Boyle insisted on plenty of wall space in his classrooms for maps, charts and displays. The windows, therefore, are very small, giving this part of the school a severe institutional look.

Taylor had a fetish for ventilation, and designed a complex system of vents and ducts. The system did not work effectively, but portions of it remain under the building to this day. The building was laid out so that all rooms had windows on three sides.

The building was controversial at the time; many people considered it a botch. The cost was $3,300 – considerably higher than the $2,500 estimate. The addition added four new rooms to the school. All the public school’s classes were moved into the new building, and the old girls’ school portion was turned over to the high-school (formerly known as the grammar school). That school was burned out of its building (located on the present lawn bowling grounds) early in 1874.

The public school now had six rooms, but only five were used as classrooms. The sixth, in the upstairs room of the north wing, was set up by Boyle as a museum containing archaeological specimens, minerals, curiosities, and other artifacts that Boyle used as teaching aids in the mid and late 1870s.  Boyle spent most of his spare time with the museum and exploring for Indian archaeological specimens.

There was no more major construction until 1927. Enrollment declined after 1880, as the population of Elora began to slide and as families became smaller. The effects were minimized by increasing regularity to attendance.

Central heating was added to part of the school in 1895, but the building still had four furnaces.

In 1914, larger windows were put in the two rooms closest to Chalmers Street. By this time, enrollment was down to fewer than 160. The staff was reduced to four, and one room was turned over to the high school.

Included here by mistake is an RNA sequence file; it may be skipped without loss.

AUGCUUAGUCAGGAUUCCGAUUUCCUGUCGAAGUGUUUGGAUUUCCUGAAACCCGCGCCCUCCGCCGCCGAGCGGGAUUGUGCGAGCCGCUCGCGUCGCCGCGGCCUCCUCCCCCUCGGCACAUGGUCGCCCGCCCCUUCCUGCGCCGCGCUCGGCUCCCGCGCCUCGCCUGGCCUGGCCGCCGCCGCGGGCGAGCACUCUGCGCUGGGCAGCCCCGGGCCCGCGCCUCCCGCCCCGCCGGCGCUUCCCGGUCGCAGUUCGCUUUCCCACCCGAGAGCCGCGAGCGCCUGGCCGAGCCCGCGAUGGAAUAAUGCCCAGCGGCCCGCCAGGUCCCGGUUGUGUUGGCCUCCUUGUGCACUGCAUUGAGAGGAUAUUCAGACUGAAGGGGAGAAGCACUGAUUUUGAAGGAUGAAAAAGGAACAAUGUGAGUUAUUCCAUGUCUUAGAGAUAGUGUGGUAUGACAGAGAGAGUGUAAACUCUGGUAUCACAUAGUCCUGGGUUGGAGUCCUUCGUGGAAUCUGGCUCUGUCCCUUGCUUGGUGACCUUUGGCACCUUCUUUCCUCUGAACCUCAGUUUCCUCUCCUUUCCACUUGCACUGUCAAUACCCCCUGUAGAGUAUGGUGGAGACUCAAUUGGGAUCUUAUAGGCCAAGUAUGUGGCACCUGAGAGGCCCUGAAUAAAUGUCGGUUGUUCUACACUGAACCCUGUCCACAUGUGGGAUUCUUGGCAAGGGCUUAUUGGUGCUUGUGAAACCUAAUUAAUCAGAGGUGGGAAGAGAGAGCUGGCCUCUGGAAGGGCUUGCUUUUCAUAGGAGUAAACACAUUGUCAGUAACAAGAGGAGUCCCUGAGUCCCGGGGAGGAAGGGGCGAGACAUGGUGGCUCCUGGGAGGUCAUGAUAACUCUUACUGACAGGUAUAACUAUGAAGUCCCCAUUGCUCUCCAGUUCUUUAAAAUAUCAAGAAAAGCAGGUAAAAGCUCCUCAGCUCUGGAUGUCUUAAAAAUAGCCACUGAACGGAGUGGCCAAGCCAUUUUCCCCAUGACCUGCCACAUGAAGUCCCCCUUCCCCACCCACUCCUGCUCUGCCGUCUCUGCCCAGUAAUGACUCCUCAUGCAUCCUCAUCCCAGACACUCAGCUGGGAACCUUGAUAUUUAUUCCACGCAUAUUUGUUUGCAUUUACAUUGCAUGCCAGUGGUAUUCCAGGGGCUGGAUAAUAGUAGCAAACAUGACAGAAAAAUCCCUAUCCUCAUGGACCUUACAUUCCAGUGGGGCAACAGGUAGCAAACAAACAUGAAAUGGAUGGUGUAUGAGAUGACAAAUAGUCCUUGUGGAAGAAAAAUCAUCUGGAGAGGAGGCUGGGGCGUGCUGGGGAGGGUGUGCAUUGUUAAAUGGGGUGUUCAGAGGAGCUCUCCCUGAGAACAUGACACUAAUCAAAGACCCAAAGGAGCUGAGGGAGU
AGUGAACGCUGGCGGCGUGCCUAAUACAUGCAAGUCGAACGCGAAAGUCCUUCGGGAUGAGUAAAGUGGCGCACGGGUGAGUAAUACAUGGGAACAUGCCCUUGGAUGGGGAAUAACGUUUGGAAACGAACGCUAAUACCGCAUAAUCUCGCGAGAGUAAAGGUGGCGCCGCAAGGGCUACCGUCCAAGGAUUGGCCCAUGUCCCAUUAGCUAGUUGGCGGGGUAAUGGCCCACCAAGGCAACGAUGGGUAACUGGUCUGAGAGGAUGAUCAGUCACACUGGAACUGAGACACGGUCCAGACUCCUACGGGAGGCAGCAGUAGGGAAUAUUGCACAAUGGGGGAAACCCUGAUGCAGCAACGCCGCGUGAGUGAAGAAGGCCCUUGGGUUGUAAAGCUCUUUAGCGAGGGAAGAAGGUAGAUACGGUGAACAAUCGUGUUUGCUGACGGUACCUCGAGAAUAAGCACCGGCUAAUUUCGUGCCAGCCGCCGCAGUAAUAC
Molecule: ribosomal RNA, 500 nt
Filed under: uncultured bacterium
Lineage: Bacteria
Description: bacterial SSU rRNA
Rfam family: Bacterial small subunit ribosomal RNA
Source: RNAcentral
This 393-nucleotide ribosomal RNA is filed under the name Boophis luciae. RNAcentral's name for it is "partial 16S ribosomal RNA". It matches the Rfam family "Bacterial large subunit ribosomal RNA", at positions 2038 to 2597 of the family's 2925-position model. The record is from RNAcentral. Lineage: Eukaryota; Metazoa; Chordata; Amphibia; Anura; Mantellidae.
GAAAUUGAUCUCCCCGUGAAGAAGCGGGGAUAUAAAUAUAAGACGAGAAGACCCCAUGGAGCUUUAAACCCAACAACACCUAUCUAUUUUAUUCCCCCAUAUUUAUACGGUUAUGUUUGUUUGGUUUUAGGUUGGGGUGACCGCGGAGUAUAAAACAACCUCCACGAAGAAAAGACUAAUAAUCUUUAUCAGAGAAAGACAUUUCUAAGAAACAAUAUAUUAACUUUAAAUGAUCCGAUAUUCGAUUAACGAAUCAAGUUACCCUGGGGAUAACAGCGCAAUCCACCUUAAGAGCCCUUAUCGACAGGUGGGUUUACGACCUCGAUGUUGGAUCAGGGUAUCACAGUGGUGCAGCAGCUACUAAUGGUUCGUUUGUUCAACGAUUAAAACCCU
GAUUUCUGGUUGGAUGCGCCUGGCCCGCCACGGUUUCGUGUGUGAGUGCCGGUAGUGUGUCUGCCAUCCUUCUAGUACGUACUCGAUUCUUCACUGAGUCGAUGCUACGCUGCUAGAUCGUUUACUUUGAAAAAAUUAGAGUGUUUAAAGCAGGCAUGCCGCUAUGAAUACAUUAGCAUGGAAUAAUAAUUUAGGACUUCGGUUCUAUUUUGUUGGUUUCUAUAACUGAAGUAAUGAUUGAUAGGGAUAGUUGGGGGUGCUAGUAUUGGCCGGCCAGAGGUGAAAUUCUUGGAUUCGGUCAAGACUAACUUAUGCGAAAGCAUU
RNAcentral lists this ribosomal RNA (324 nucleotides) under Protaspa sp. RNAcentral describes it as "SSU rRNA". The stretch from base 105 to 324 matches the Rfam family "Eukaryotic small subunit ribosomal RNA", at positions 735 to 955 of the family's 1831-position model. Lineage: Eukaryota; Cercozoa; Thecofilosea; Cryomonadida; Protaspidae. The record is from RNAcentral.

In the early 1920s, there were plans to completely remodel the school, or to replace it. The cost, over $60,000, was too much for Elora council. By this time the school was considered to be the worst in the area.

Improvements were made in 1927: washrooms were placed in the alcove between the public and high-schools, additional windows were added to the high-school wing, and electric light was installed in all rooms. An improved heating system, using steam and radiators, was added to the building in 1935.

Discussions to build a new high school jointly with Fergus began in 1926, but got nowhere. The existing facilities were entirely inadequate, and the board desired to add domestic science and shop classes to the curriculum. A modern three-storey building, with large west-facing windows, was designed in 1937, but battles between the board and council over the $18,000 cost delayed construction until 1939.

This wing of the building, at the southwest side, along Chalmers street, was the last major construction in Elora done in stone.

The entire building was turned over to the public school when the new high school (now the Elora Public School on Mill Street) was built in 1959. When the high school became Elora senior public school in 1970, the old school became a junior public school.

The school closed in 1996. The 1856 portion of the building may have been the oldest schoolroom still in regular use in the province at that time.

The building became the Elora Centre for the Arts in 2002.

*This column was originally published in the Fergus-Elora News Express on Oct. 23, 1990.


Stephen Thorning - 1949-2015